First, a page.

Dolores girls are still in the province and Severa is worrying about them as well as her husband, Luis, and the children. We had dinner at Lerit’s and a big raid came on. They bombed the piers again, and started a fire, but do not know just where it is. Got home about three p.m. Our men are pretty hard pressed according to the news. Willie and Ernest reported a good Meeting at San Andres.

April 28, 1936

At Malacañan. A. D. Williams had just come from a conference with Quezon, Paez and Ramon Fernandez; says the President is set on building railways in Mindanao, and “A.D.” and, Fernandez tried to convince him they would not pay. “A.D.” said he thought he had offended Quezon still more by replying to his (Quezon’s) complaints that the roads offered too unfair competition to the Manila Railroad, that the competition from trucks was unfair and when they had finally managed by January 1, 1936 to get the tax on trucks raised from one peso to two pesos per 100 kilos, the rate had at once been reduced again. This was Quezon’s own doing on the advice of Geo. Vargas, and they both looked pretty glum. (This is the first instance I know since his inauguration where private interests had influenced the President contrary to the public interest.)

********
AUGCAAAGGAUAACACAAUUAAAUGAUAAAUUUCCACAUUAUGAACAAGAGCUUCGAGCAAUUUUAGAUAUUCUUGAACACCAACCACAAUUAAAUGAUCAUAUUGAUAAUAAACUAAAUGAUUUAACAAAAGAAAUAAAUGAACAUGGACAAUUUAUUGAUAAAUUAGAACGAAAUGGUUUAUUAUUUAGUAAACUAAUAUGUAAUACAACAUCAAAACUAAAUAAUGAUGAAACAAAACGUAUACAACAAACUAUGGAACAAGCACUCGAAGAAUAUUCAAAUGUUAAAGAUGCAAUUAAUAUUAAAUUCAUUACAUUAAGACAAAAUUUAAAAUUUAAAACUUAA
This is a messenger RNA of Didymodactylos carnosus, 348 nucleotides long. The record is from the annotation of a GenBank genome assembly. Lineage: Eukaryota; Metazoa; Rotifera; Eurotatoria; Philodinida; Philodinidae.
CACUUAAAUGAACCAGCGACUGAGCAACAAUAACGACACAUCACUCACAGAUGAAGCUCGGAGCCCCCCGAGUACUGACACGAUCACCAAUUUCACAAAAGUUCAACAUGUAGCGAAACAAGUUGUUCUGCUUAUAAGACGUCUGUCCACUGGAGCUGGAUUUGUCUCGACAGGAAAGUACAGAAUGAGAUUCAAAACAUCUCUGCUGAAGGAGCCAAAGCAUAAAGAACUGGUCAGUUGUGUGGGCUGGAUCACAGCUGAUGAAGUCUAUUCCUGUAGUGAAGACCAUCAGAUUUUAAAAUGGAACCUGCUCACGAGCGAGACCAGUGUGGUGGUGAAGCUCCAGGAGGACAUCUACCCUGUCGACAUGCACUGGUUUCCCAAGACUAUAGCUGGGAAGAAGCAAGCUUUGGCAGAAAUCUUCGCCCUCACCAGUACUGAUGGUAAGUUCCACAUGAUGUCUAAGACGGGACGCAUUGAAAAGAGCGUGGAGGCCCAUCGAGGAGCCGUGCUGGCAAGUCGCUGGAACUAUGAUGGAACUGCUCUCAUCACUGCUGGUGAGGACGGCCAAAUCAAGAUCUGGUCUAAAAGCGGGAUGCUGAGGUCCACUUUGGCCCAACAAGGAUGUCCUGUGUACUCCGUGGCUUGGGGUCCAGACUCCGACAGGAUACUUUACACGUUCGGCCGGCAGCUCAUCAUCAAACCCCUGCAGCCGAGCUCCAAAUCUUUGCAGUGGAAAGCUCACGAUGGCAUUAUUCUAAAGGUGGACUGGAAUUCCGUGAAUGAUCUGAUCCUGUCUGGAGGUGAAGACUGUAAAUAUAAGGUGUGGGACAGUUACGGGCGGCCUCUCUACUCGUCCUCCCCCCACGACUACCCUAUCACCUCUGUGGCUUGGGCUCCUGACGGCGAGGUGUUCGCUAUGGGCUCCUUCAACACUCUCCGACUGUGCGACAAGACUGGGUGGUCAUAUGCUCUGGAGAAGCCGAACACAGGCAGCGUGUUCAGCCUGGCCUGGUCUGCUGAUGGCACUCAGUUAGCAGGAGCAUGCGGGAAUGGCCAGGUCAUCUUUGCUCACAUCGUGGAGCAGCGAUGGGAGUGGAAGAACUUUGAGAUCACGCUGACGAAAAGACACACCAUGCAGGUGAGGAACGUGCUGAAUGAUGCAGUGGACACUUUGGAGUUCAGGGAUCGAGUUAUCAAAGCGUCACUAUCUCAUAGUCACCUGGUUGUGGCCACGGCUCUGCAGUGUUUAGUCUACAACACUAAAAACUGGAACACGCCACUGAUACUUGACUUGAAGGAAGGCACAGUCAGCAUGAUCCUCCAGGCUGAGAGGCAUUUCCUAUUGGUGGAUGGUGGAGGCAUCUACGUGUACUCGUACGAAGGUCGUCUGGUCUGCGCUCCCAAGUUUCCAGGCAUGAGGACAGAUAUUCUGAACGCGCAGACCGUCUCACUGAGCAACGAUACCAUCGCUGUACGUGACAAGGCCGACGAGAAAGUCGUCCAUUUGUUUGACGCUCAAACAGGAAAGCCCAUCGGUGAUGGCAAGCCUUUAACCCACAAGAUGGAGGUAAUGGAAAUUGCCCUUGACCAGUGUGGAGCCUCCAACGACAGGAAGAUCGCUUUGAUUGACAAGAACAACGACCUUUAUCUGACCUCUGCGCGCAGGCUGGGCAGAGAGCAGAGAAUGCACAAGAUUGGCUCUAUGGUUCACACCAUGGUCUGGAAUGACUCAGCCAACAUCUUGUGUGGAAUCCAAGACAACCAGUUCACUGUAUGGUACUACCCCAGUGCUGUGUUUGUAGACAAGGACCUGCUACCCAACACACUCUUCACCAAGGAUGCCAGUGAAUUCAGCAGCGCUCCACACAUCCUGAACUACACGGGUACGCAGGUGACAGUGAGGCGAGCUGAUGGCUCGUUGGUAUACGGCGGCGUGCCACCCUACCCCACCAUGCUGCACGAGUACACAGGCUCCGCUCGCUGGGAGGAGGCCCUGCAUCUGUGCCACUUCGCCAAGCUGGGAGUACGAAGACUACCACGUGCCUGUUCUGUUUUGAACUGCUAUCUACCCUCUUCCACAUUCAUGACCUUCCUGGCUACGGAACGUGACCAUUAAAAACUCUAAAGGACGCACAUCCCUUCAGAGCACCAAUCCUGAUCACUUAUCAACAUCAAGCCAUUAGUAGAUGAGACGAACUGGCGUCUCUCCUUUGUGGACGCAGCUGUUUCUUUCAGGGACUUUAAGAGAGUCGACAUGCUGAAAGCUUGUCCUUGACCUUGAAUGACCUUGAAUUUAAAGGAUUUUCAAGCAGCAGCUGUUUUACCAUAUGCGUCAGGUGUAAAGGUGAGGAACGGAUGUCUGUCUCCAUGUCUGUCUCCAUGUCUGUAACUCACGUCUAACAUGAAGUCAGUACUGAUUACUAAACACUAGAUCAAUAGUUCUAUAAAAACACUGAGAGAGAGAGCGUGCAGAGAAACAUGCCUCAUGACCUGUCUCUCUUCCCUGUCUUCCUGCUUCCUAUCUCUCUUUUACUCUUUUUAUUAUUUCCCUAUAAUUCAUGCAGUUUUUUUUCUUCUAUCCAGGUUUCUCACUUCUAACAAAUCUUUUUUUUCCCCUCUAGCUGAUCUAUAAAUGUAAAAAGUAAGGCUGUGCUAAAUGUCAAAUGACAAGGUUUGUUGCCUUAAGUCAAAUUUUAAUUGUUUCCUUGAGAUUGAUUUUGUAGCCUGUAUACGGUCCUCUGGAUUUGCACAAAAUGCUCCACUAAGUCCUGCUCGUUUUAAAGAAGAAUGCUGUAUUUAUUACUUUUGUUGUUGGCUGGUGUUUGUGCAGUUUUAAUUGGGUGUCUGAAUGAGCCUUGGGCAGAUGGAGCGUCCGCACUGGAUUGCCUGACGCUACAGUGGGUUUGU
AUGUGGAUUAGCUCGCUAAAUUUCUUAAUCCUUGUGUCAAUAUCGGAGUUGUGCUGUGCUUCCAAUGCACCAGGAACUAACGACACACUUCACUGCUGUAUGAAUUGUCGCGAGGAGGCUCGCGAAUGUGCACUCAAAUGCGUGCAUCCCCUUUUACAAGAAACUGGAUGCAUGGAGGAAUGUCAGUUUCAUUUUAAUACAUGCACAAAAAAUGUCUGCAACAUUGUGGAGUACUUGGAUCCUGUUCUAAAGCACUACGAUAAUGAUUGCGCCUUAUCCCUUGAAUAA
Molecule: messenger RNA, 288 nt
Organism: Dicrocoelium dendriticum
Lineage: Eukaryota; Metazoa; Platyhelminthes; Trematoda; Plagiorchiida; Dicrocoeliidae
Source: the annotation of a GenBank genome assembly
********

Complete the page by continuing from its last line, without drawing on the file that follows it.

“A.D.” also inveighed against the taking of the accounting division out of the Bureau of Public Works and putting it with the others in the new budget office.

He also admitted it was a mistake to have put the Bagagab-Echague road over the mountains–it should have followed the Magat River down stream.

3 to 5 p.m. with the Survey Board quizzing the Directors of the Bureau of Lands and of the Land Registration Office. They sat side by side rather like naughty school boys, each covertly watching the other.